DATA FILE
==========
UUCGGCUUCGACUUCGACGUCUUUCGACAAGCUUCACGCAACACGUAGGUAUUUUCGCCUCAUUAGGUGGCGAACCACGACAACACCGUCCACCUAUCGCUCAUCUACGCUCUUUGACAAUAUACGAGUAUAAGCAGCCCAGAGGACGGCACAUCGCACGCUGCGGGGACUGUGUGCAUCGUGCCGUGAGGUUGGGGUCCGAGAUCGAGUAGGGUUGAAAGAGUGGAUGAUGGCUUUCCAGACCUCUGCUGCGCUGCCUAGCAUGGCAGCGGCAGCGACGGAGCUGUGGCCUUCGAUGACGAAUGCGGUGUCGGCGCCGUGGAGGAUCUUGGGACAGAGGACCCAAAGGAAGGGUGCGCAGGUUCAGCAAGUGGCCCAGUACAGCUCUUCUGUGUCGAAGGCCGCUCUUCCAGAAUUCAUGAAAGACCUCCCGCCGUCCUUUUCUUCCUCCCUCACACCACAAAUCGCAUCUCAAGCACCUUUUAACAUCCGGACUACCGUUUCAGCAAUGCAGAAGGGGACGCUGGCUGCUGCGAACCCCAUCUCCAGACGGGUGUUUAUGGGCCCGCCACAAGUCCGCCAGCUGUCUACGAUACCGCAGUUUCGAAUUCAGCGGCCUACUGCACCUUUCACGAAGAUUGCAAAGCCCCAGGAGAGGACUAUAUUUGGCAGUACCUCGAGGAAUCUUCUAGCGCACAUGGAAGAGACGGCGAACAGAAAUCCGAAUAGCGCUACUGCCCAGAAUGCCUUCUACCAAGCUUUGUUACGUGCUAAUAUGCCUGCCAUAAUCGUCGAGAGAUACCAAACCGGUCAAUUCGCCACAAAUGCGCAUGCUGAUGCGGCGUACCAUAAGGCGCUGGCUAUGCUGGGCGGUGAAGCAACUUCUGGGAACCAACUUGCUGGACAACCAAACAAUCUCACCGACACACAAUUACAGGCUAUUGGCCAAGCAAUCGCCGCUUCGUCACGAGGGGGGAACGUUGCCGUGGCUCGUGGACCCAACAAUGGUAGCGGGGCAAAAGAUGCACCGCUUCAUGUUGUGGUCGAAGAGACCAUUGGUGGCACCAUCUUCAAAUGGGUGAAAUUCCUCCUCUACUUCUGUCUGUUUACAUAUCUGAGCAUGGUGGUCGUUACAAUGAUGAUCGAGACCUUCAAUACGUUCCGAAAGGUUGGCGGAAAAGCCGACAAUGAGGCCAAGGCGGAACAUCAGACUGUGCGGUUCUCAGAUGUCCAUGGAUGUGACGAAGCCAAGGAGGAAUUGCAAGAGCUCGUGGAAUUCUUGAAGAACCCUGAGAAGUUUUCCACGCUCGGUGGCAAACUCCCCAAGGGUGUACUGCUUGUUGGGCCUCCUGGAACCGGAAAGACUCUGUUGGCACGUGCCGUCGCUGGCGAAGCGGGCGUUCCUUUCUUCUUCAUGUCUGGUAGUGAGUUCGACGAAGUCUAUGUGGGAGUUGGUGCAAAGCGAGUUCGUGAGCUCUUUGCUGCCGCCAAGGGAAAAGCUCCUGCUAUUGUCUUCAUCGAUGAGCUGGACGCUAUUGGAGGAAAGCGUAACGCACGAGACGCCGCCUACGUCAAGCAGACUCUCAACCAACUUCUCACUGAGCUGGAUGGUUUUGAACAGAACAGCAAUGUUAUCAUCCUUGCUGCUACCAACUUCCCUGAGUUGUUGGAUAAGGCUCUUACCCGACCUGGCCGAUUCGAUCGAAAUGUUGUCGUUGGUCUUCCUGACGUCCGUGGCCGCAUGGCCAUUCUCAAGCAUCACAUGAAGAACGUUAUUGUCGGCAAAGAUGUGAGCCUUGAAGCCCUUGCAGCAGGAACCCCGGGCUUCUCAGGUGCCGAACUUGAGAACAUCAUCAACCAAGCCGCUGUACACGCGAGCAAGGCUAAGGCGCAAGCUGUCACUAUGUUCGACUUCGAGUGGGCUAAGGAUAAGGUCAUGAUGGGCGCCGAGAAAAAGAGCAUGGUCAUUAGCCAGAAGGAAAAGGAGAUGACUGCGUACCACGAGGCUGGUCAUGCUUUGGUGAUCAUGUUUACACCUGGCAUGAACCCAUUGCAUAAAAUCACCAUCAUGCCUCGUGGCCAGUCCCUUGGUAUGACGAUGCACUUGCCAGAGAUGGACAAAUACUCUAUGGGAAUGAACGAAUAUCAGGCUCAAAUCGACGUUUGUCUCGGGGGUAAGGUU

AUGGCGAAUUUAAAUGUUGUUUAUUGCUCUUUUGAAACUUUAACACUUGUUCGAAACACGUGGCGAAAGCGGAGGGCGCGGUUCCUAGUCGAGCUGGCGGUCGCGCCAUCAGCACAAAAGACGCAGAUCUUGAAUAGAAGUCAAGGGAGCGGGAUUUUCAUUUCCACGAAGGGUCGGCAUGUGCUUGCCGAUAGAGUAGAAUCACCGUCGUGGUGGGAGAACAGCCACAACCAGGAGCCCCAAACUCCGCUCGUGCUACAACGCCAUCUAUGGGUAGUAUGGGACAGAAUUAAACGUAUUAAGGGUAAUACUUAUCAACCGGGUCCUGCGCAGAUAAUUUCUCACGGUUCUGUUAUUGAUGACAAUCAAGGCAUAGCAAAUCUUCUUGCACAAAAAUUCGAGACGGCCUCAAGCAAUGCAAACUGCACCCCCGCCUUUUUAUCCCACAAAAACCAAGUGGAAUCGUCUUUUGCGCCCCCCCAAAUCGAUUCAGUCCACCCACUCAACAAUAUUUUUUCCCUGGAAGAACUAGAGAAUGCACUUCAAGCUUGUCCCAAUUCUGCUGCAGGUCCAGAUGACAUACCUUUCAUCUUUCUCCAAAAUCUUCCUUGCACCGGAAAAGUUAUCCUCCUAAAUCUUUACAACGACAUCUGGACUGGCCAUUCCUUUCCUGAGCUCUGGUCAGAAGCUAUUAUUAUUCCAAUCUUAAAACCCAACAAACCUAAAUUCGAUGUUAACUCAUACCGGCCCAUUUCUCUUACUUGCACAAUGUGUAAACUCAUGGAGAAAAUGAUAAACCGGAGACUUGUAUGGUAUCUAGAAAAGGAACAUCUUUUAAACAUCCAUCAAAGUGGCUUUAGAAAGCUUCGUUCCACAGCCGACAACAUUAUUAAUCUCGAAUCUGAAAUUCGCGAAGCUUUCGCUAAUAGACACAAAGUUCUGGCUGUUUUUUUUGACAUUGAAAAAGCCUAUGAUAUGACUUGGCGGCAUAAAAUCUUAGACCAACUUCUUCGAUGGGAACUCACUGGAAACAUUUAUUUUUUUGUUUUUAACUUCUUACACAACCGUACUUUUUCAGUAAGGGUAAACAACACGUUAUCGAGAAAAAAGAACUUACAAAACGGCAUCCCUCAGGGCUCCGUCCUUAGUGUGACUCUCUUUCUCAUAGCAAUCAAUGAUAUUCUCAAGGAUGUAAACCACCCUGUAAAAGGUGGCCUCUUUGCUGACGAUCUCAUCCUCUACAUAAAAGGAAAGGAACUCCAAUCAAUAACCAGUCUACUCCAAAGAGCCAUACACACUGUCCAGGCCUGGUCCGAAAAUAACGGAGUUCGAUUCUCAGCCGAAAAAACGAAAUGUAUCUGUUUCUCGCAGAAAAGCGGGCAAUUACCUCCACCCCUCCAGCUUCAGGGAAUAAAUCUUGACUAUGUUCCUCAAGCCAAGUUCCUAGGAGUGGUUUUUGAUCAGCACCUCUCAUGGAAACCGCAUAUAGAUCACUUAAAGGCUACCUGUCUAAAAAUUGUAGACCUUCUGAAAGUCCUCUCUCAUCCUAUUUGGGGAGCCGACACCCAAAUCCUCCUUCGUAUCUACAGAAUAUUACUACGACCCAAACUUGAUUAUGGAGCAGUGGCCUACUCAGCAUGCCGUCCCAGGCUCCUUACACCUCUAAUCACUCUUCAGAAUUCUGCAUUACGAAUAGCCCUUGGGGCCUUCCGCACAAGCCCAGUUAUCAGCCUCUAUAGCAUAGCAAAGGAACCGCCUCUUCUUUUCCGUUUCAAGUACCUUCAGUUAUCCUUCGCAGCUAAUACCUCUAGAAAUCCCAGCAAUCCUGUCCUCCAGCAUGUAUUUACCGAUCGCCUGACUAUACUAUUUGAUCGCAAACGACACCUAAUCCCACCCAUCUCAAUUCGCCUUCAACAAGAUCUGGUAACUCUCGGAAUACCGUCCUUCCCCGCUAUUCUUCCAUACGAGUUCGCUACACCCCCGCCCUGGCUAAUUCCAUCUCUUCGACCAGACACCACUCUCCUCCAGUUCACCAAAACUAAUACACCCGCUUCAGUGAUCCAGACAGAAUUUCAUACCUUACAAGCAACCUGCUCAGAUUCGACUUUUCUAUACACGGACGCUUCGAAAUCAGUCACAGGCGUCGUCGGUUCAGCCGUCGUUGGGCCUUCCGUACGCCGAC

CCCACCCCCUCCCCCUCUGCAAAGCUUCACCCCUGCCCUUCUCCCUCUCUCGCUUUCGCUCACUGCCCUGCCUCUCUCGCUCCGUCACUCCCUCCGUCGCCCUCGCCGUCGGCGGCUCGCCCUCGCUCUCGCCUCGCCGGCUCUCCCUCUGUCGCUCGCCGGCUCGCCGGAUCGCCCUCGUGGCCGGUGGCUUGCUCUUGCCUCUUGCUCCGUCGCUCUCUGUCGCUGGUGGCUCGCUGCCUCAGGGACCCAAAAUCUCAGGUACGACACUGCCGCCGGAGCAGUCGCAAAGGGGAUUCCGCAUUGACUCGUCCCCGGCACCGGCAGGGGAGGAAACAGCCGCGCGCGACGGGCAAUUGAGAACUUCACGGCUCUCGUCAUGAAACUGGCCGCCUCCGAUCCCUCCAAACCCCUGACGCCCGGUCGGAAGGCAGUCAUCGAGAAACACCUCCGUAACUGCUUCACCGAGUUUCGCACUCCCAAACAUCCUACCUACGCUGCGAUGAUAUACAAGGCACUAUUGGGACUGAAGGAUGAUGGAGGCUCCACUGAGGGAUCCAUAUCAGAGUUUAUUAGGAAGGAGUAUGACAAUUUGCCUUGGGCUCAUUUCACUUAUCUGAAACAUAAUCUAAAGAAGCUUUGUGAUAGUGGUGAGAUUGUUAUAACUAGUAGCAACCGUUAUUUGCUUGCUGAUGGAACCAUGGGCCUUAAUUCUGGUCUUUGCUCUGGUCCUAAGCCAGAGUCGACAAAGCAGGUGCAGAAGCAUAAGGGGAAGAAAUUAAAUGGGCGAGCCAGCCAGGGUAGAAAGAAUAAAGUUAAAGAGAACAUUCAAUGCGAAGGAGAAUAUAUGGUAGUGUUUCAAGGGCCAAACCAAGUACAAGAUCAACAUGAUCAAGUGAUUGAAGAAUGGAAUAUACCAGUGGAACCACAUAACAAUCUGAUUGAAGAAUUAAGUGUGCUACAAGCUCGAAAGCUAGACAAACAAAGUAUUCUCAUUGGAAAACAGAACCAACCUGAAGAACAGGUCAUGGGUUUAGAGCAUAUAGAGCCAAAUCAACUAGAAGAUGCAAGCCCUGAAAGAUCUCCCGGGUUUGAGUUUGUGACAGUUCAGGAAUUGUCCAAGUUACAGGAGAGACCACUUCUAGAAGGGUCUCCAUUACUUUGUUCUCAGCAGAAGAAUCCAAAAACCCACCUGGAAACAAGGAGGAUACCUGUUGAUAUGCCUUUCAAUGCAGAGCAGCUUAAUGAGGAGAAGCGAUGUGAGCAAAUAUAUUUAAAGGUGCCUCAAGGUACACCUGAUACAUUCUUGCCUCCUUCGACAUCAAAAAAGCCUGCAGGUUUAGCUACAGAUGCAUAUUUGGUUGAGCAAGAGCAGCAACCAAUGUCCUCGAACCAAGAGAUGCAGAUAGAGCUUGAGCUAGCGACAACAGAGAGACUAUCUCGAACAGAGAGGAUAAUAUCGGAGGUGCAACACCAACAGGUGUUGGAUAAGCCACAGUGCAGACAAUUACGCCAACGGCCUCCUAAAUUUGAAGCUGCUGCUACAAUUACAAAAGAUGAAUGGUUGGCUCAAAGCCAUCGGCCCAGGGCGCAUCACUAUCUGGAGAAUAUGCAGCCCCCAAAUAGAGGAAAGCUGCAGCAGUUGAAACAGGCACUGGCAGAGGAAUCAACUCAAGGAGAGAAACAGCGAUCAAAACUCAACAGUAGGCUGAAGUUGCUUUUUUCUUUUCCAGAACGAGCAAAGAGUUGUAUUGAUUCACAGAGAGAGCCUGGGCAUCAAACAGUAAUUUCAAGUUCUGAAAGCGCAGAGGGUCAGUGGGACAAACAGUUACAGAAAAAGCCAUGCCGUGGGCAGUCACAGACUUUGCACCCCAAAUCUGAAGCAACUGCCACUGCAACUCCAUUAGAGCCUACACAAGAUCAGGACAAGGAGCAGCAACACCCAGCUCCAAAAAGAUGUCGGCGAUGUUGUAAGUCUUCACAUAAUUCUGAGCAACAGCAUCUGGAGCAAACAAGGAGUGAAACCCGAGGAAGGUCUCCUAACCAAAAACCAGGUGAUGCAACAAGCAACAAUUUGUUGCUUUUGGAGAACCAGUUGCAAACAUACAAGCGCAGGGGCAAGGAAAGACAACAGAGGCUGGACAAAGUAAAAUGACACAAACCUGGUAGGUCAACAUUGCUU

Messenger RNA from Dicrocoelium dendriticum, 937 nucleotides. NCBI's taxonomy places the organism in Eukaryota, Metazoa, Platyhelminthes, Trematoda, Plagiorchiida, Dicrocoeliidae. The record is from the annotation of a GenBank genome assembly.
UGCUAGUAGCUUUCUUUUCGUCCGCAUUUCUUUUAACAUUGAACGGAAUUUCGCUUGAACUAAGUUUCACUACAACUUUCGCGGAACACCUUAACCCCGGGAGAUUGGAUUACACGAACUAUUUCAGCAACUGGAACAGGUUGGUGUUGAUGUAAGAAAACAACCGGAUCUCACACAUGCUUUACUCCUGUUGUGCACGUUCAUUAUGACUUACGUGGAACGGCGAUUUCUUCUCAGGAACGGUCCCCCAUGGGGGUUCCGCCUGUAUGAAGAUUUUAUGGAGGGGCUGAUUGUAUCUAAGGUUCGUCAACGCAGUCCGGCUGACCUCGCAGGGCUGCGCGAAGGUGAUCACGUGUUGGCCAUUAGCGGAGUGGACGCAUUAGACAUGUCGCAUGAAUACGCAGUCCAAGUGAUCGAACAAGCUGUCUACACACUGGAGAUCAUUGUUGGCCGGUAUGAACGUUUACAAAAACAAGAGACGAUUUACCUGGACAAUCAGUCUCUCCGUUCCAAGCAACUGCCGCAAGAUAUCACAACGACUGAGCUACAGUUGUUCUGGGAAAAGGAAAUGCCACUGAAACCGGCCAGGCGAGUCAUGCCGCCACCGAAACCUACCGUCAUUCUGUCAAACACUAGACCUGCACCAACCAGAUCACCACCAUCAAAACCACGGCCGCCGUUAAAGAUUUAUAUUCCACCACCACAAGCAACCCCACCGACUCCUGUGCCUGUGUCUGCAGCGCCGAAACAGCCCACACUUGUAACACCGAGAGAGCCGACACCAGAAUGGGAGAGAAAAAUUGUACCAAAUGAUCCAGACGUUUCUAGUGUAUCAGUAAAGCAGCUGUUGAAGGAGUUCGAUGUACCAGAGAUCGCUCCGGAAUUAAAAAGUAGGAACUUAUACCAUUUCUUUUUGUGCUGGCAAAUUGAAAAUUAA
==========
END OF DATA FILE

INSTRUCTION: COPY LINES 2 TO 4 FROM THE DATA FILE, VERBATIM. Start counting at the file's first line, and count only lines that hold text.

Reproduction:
AUGGCGAAUUUAAAUGUUGUUUAUUGCUCUUUUGAAACUUUAACACUUGUUCGAAACACGUGGCGAAAGCGGAGGGCGCGGUUCCUAGUCGAGCUGGCGGUCGCGCCAUCAGCACAAAAGACGCAGAUCUUGAAUAGAAGUCAAGGGAGCGGGAUUUUCAUUUCCACGAAGGGUCGGCAUGUGCUUGCCGAUAGAGUAGAAUCACCGUCGUGGUGGGAGAACAGCCACAACCAGGAGCCCCAAACUCCGCUCGUGCUACAACGCCAUCUAUGGGUAGUAUGGGACAGAAUUAAACGUAUUAAGGGUAAUACUUAUCAACCGGGUCCUGCGCAGAUAAUUUCUCACGGUUCUGUUAUUGAUGACAAUCAAGGCAUAGCAAAUCUUCUUGCACAAAAAUUCGAGACGGCCUCAAGCAAUGCAAACUGCACCCCCGCCUUUUUAUCCCACAAAAACCAAGUGGAAUCGUCUUUUGCGCCCCCCCAAAUCGAUUCAGUCCACCCACUCAACAAUAUUUUUUCCCUGGAAGAACUAGAGAAUGCACUUCAAGCUUGUCCCAAUUCUGCUGCAGGUCCAGAUGACAUACCUUUCAUCUUUCUCCAAAAUCUUCCUUGCACCGGAAAAGUUAUCCUCCUAAAUCUUUACAACGACAUCUGGACUGGCCAUUCCUUUCCUGAGCUCUGGUCAGAAGCUAUUAUUAUUCCAAUCUUAAAACCCAACAAACCUAAAUUCGAUGUUAACUCAUACCGGCCCAUUUCUCUUACUUGCACAAUGUGUAAACUCAUGGAGAAAAUGAUAAACCGGAGACUUGUAUGGUAUCUAGAAAAGGAACAUCUUUUAAACAUCCAUCAAAGUGGCUUUAGAAAGCUUCGUUCCACAGCCGACAACAUUAUUAAUCUCGAAUCUGAAAUUCGCGAAGCUUUCGCUAAUAGACACAAAGUUCUGGCUGUUUUUUUUGACAUUGAAAAAGCCUAUGAUAUGACUUGGCGGCAUAAAAUCUUAGACCAACUUCUUCGAUGGGAACUCACUGGAAACAUUUAUUUUUUUGUUUUUAACUUCUUACACAACCGUACUUUUUCAGUAAGGGUAAACAACACGUUAUCGAGAAAAAAGAACUUACAAAACGGCAUCCCUCAGGGCUCCGUCCUUAGUGUGACUCUCUUUCUCAUAGCAAUCAAUGAUAUUCUCAAGGAUGUAAACCACCCUGUAAAAGGUGGCCUCUUUGCUGACGAUCUCAUCCUCUACAUAAAAGGAAAGGAACUCCAAUCAAUAACCAGUCUACUCCAAAGAGCCAUACACACUGUCCAGGCCUGGUCCGAAAAUAACGGAGUUCGAUUCUCAGCCGAAAAAACGAAAUGUAUCUGUUUCUCGCAGAAAAGCGGGCAAUUACCUCCACCCCUCCAGCUUCAGGGAAUAAAUCUUGACUAUGUUCCUCAAGCCAAGUUCCUAGGAGUGGUUUUUGAUCAGCACCUCUCAUGGAAACCGCAUAUAGAUCACUUAAAGGCUACCUGUCUAAAAAUUGUAGACCUUCUGAAAGUCCUCUCUCAUCCUAUUUGGGGAGCCGACACCCAAAUCCUCCUUCGUAUCUACAGAAUAUUACUACGACCCAAACUUGAUUAUGGAGCAGUGGCCUACUCAGCAUGCCGUCCCAGGCUCCUUACACCUCUAAUCACUCUUCAGAAUUCUGCAUUACGAAUAGCCCUUGGGGCCUUCCGCACAAGCCCAGUUAUCAGCCUCUAUAGCAUAGCAAAGGAACCGCCUCUUCUUUUCCGUUUCAAGUACCUUCAGUUAUCCUUCGCAGCUAAUACCUCUAGAAAUCCCAGCAAUCCUGUCCUCCAGCAUGUAUUUACCGAUCGCCUGACUAUACUAUUUGAUCGCAAACGACACCUAAUCCCACCCAUCUCAAUUCGCCUUCAACAAGAUCUGGUAACUCUCGGAAUACCGUCCUUCCCCGCUAUUCUUCCAUACGAGUUCGCUACACCCCCGCCCUGGCUAAUUCCAUCUCUUCGACCAGACACCACUCUCCUCCAGUUCACCAAAACUAAUACACCCGCUUCAGUGAUCCAGACAGAAUUUCAUACCUUACAAGCAACCUGCUCAGAUUCGACUUUUCUAUACACGGACGCUUCGAAAUCAGUCACAGGCGUCGUCGGUUCAGCCGUCGUUGGGCCUUCCGUACGCCGAC

CCCACCCCCUCCCCCUCUGCAAAGCUUCACCCCUGCCCUUCUCCCUCUCUCGCUUUCGCUCACUGCCCUGCCUCUCUCGCUCCGUCACUCCCUCCGUCGCCCUCGCCGUCGGCGGCUCGCCCUCGCUCUCGCCUCGCCGGCUCUCCCUCUGUCGCUCGCCGGCUCGCCGGAUCGCCCUCGUGGCCGGUGGCUUGCUCUUGCCUCUUGCUCCGUCGCUCUCUGUCGCUGGUGGCUCGCUGCCUCAGGGACCCAAAAUCUCAGGUACGACACUGCCGCCGGAGCAGUCGCAAAGGGGAUUCCGCAUUGACUCGUCCCCGGCACCGGCAGGGGAGGAAACAGCCGCGCGCGACGGGCAAUUGAGAACUUCACGGCUCUCGUCAUGAAACUGGCCGCCUCCGAUCCCUCCAAACCCCUGACGCCCGGUCGGAAGGCAGUCAUCGAGAAACACCUCCGUAACUGCUUCACCGAGUUUCGCACUCCCAAACAUCCUACCUACGCUGCGAUGAUAUACAAGGCACUAUUGGGACUGAAGGAUGAUGGAGGCUCCACUGAGGGAUCCAUAUCAGAGUUUAUUAGGAAGGAGUAUGACAAUUUGCCUUGGGCUCAUUUCACUUAUCUGAAACAUAAUCUAAAGAAGCUUUGUGAUAGUGGUGAGAUUGUUAUAACUAGUAGCAACCGUUAUUUGCUUGCUGAUGGAACCAUGGGCCUUAAUUCUGGUCUUUGCUCUGGUCCUAAGCCAGAGUCGACAAAGCAGGUGCAGAAGCAUAAGGGGAAGAAAUUAAAUGGGCGAGCCAGCCAGGGUAGAAAGAAUAAAGUUAAAGAGAACAUUCAAUGCGAAGGAGAAUAUAUGGUAGUGUUUCAAGGGCCAAACCAAGUACAAGAUCAACAUGAUCAAGUGAUUGAAGAAUGGAAUAUACCAGUGGAACCACAUAACAAUCUGAUUGAAGAAUUAAGUGUGCUACAAGCUCGAAAGCUAGACAAACAAAGUAUUCUCAUUGGAAAACAGAACCAACCUGAAGAACAGGUCAUGGGUUUAGAGCAUAUAGAGCCAAAUCAACUAGAAGAUGCAAGCCCUGAAAGAUCUCCCGGGUUUGAGUUUGUGACAGUUCAGGAAUUGUCCAAGUUACAGGAGAGACCACUUCUAGAAGGGUCUCCAUUACUUUGUUCUCAGCAGAAGAAUCCAAAAACCCACCUGGAAACAAGGAGGAUACCUGUUGAUAUGCCUUUCAAUGCAGAGCAGCUUAAUGAGGAGAAGCGAUGUGAGCAAAUAUAUUUAAAGGUGCCUCAAGGUACACCUGAUACAUUCUUGCCUCCUUCGACAUCAAAAAAGCCUGCAGGUUUAGCUACAGAUGCAUAUUUGGUUGAGCAAGAGCAGCAACCAAUGUCCUCGAACCAAGAGAUGCAGAUAGAGCUUGAGCUAGCGACAACAGAGAGACUAUCUCGAACAGAGAGGAUAAUAUCGGAGGUGCAACACCAACAGGUGUUGGAUAAGCCACAGUGCAGACAAUUACGCCAACGGCCUCCUAAAUUUGAAGCUGCUGCUACAAUUACAAAAGAUGAAUGGUUGGCUCAAAGCCAUCGGCCCAGGGCGCAUCACUAUCUGGAGAAUAUGCAGCCCCCAAAUAGAGGAAAGCUGCAGCAGUUGAAACAGGCACUGGCAGAGGAAUCAACUCAAGGAGAGAAACAGCGAUCAAAACUCAACAGUAGGCUGAAGUUGCUUUUUUCUUUUCCAGAACGAGCAAAGAGUUGUAUUGAUUCACAGAGAGAGCCUGGGCAUCAAACAGUAAUUUCAAGUUCUGAAAGCGCAGAGGGUCAGUGGGACAAACAGUUACAGAAAAAGCCAUGCCGUGGGCAGUCACAGACUUUGCACCCCAAAUCUGAAGCAACUGCCACUGCAACUCCAUUAGAGCCUACACAAGAUCAGGACAAGGAGCAGCAACACCCAGCUCCAAAAAGAUGUCGGCGAUGUUGUAAGUCUUCACAUAAUUCUGAGCAACAGCAUCUGGAGCAAACAAGGAGUGAAACCCGAGGAAGGUCUCCUAACCAAAAACCAGGUGAUGCAACAAGCAACAAUUUGUUGCUUUUGGAGAACCAGUUGCAAACAUACAAGCGCAGGGGCAAGGAAAGACAACAGAGGCUGGACAAAGUAAAAUGACACAAACCUGGUAGGUCAACAUUGCUU

Messenger RNA from Dicrocoelium dendriticum, 937 nucleotides. NCBI's taxonomy places the organism in Eukaryota, Metazoa, Platyhelminthes, Trematoda, Plagiorchiida, Dicrocoeliidae. The record is from the annotation of a GenBank genome assembly.